Action Against Hunger’s collective efforts directly impacted 354,179 Mauritanians in 2018 alone with more projects and progress to come. However, the organization recognizes, especially in these uncertain times, that adaptability, innovation and strategic foresight are the best measures of success and will result in the greatest reduction of poverty in Mauritania.

– Natalie Clark
Photo: Flickr

Malnutrition in Mauritania
Though the shores are teeming with fish, childhood malnutrition in Mauritania persists.

According to UNICEF, 20 percent of the country’s children under five are underweight. Another 22.5 percent of children exhibited signs of stunting, an inhibition of growth caused by chronic malnutrition. Wasting, a deterioration of fat and muscle due to acute malnutrition, was seen in 12.2 percent of children.

Mauritania ranks 27th in the world for under-five mortality, with a rate of 84 per 1000 births. Thirty-four percent of children are born with a low birth weight of less than 2500 grams.

Professor and nutrition expert Michael Golden stated in a 2012 interview with UNICEF that malnutrition is often caused by a combination of poverty, low social mobility and poor medical services. “What is needed now is to focus on health services research – how to deliver services effectively to poor people in places like Mauritania,” Golden said. “We need to maximize the efficiency of small numbers of staff who are not always well trained.”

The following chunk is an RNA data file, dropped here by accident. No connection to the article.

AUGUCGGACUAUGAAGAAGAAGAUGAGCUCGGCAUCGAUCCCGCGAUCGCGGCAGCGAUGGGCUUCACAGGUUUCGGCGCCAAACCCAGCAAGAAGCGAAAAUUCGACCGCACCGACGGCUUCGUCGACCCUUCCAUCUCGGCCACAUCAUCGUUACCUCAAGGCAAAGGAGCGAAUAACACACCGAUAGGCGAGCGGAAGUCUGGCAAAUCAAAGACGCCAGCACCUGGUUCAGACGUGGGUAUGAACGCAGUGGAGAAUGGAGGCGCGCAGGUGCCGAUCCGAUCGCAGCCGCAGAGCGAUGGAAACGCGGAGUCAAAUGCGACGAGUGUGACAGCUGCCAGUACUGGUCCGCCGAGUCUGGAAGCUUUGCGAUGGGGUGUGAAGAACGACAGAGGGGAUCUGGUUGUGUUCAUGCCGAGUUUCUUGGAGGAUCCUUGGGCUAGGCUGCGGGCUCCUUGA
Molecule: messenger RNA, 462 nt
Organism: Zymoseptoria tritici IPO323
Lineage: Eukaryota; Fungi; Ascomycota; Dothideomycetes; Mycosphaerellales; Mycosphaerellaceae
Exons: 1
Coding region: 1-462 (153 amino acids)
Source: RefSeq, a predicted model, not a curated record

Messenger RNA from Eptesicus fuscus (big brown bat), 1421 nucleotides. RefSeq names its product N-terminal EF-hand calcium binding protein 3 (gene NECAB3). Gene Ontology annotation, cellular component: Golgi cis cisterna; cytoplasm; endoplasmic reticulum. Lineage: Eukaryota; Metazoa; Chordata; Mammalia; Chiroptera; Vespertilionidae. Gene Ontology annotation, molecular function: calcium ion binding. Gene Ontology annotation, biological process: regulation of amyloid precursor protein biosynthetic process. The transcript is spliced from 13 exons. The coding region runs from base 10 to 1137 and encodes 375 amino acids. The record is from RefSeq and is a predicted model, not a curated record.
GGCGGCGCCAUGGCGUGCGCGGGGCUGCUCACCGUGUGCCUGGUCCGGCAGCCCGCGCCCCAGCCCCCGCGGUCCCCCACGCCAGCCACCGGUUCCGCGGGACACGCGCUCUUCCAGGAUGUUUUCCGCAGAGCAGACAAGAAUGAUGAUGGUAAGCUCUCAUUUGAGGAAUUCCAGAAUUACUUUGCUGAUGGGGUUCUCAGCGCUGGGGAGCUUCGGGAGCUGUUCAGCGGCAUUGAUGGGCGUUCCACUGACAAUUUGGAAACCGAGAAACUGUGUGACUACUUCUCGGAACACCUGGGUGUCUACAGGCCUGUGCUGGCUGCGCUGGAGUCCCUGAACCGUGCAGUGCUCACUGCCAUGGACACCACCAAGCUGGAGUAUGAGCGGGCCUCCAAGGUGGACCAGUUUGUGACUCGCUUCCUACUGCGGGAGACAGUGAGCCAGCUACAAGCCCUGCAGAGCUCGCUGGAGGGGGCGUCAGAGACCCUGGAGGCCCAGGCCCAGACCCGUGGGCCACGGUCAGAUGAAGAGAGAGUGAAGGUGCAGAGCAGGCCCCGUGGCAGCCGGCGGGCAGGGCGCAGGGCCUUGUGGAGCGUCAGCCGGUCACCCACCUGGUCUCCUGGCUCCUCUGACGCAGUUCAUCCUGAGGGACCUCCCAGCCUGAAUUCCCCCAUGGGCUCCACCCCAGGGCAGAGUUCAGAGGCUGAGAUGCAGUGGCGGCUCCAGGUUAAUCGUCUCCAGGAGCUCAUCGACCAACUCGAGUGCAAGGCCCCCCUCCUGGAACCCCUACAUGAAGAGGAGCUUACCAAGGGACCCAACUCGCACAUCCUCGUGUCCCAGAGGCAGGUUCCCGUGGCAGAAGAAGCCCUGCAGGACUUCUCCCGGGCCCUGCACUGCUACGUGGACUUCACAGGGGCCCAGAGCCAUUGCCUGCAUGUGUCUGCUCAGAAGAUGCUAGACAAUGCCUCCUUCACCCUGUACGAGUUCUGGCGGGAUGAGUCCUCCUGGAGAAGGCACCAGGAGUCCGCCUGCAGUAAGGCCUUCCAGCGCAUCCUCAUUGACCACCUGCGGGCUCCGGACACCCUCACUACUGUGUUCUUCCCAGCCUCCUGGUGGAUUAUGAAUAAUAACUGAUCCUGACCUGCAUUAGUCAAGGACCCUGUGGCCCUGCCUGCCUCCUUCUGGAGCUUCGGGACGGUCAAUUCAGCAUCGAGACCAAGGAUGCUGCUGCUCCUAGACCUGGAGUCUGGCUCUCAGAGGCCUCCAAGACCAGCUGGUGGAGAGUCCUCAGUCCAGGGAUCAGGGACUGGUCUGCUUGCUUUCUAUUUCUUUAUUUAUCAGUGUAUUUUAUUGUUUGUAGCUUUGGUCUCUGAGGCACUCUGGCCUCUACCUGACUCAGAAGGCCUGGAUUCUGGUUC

One of the world’s poorest countries, Mauritania is known for its slave trade. Though slavery was outlawed in 1981, there were no criminal penalties for slave owners until 2007 and the practice is still widespread.

Mauritania’s economy relies mostly on agriculture, fishing and mining in lieu of industry. Very little of Mauritania’s land is arable and the country suffers from recurring droughts. Overfishing by foreigners has hurt its economy.

The country continues to be home to nearly 50,000 refugees fleeing neighboring Mali. In 2012, war broke out between the Malian government, Tuareg rebels and Islamic extremists. The region remains volatile and refugees are reluctant to return.

According to the U.N.’s Standing Committee on Nutrition, malnutrition is the single largest contributor to disease. It is especially dangerous for young children, who need a proper diet to develop. Without necessary vitamins and minerals, children may suffer from stunted physical and mental development.

Malnutrition is both a cause and symptom of global poverty. In countries where families consist of many children, it may not be possible to feed all of them. Those who are malnourished may struggle to work and mothers are often unable to breastfeed. As stunted children typically earn less as adults, malnutrition is a major factor in the cycle of poverty.

– Kevin Mclaughlin

Photo: Flickr